Keira Knightley reunites with her Pride & Prejudice director Joe Wright for Atonement, a dramatic period piece based on the novel by Ian McEwan. Knightley plays Cecilia Tallis, the beautiful, intelligent daughter of a wealthy family whose affection for Robbie Turner (James McAvoy), the son of her family’s housekeeper, sparks jealousy in her younger sister which ultimately leads to a horribly tragic series of events.
Keira Knightley doesn’t pick her projects based on whether they’re large studio movies or independent films. She does mix things up, but it’s not all part of a master plan. “I should think, because it would be very savvy, business-wise of me to go, ‘Yes, I’m going to do this, and then I’m going to do a big one.’ But I can’t think like that. It has to be what interests me at the time. I think there is a brilliant place for entertainment for entertainment’s sake. I think it’s completely wonderful to go to the cinema and see a complete ride and enjoy your popcorn and have a great time. And sometime when I’m in the mood, I will find a script and that’s exactly what I’ll do. I think it is partly because Pirates did take such a long time, and I was within that for such a long time, that I’ve just craved something that’s different. For me, the point of acting has been to change, as much as possible, and I’ve been very fortunate to be able to do that.”
So far, Knightley’s been able to balance the big-budgeted movies with smaller projects. Making the transition from a Pirates atmosphere to indie fare is a matter of, according to Knightley, adjusting her speed. “You have less time to do things, which I like, actually. You do something like Pirates, which is obviously technical - it’s about explosions, it’s about action - and that, as everybody will tell you, takes a long time to get right. When you’re doing something like Atonement, you have less time to do it. You have less money, so you have to do it quicker. But, it’s a much more intense working experience which, I think, for any actor, is what you’re looking for because you want to be living in that moment. It’s the excitement of finding those emotions. On your big, explosive films, the film set is quite a technical space, as it should be. But on a film like Atonement, the space was very much the actors’, which was enjoyable. Absolutely.”
Knightley credits Ian McEwan’s incredible gift for storytelling with helping her understand and get into her character. “The book was incredibly helpful in making this film. What Ian McEwan does brilliantly are these incredible internal monologues for each of the characters, which I think might have had something to do with why people always said this is an unfilmable novel. But, as far as playing it, it was incredibly helpful because it constantly meant that you knew exactly where your character was coming from. If they were behaving badly, as mine sort of is at the beginning of the film, you understand why. You understand why they’re slightly on edge and why they make decisions that, perhaps, aren’t the right decisions. So, a lot of it came from the book.”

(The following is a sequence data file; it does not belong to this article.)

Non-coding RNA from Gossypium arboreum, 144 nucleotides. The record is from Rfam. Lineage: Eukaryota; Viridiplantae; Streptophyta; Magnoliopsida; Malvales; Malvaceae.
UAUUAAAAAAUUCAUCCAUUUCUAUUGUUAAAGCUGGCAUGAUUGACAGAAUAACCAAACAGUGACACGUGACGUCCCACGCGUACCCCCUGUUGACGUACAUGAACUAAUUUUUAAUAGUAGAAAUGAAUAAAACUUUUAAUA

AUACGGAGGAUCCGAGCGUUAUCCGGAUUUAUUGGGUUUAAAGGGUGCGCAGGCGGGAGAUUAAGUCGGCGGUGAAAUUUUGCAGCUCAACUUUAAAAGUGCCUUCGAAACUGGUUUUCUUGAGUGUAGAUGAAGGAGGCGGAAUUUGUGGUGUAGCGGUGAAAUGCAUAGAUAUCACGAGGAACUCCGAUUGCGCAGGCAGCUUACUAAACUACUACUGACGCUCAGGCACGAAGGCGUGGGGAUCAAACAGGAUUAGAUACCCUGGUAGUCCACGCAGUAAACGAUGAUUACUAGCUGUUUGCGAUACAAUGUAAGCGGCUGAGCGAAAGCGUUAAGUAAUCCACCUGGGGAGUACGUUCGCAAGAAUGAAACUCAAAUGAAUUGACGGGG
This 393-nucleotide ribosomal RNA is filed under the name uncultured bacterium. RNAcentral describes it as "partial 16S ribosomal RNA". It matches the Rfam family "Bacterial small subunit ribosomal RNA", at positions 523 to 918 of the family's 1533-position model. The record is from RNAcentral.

Let's face it - 2007 hasn’t been the best year for actresses in Hollywood. The films with strong, interesting female leads have been few and far between. Knightley says it’s hard to find a script with a character as well-written and fleshed out as Cecilia in Atonement. “It’s very difficult to find good characters in films, particularly female characters. There aren’t that many. A lot of the time actresses get critiqued on the fact that the roles just aren’t there. So, what you often try to do is really take something out of the page that certainly isn’t written on it. With this, it was there. It was very much there - in the book and in the script. I was incredibly lucky to get the part.”
“What was fascinating about it to me is that you’ve got this character… Quite often we have characters that are very black or white. They’re good or they’re bad, and these ones aren’t. They’ve got layers to them. I think that she is a good person, but she’s just behaving badly. She’s got very obvious flaws in her personality that are not particularly nice traits, but that still doesn’t mean that she’s a bad person. I think it’s always interesting to look at the flaws because that’s what makes characters, and people, interesting. You want to have negative aspects, so that you can look at the positive as well. I think that she’s a fascinating character.”
Knightley found the experience of working on Atonement challenging, which is exactly what she wants from her work. However one scene in particular did stand apart from the rest as particularly difficult. “The one that I found, perhaps, most challenging was the scene in the Swallows Tea Shop, when they haven’t seen each other for five years and they see each other again, but it’s also my favorite,” revealed Knightley. “If you did that in a modern day piece, they’d be able to say exactly what they wanted to say to each other. It would all come out, and it would be rather melodramatic. And the fact that they can’t find the words and they can’t speak to each other, suddenly this time that they’ve been separate, even though they’ve been writing all the time and they’ve been waiting, and she’s sacrificed so much and he’s been in jail, it suddenly becomes a physical thing between them. They suddenly realize that they don’t know each other anymore. It was always my favorite scene, between Robbie and Cecilia, when I read the script. But it was difficult because you have to know, I suppose, the emotions that they would be going through but you can’t play them. It was a really interesting exercise in keeping the lid on everything, which I have to say the whole film was. It’s all about what isn’t said.”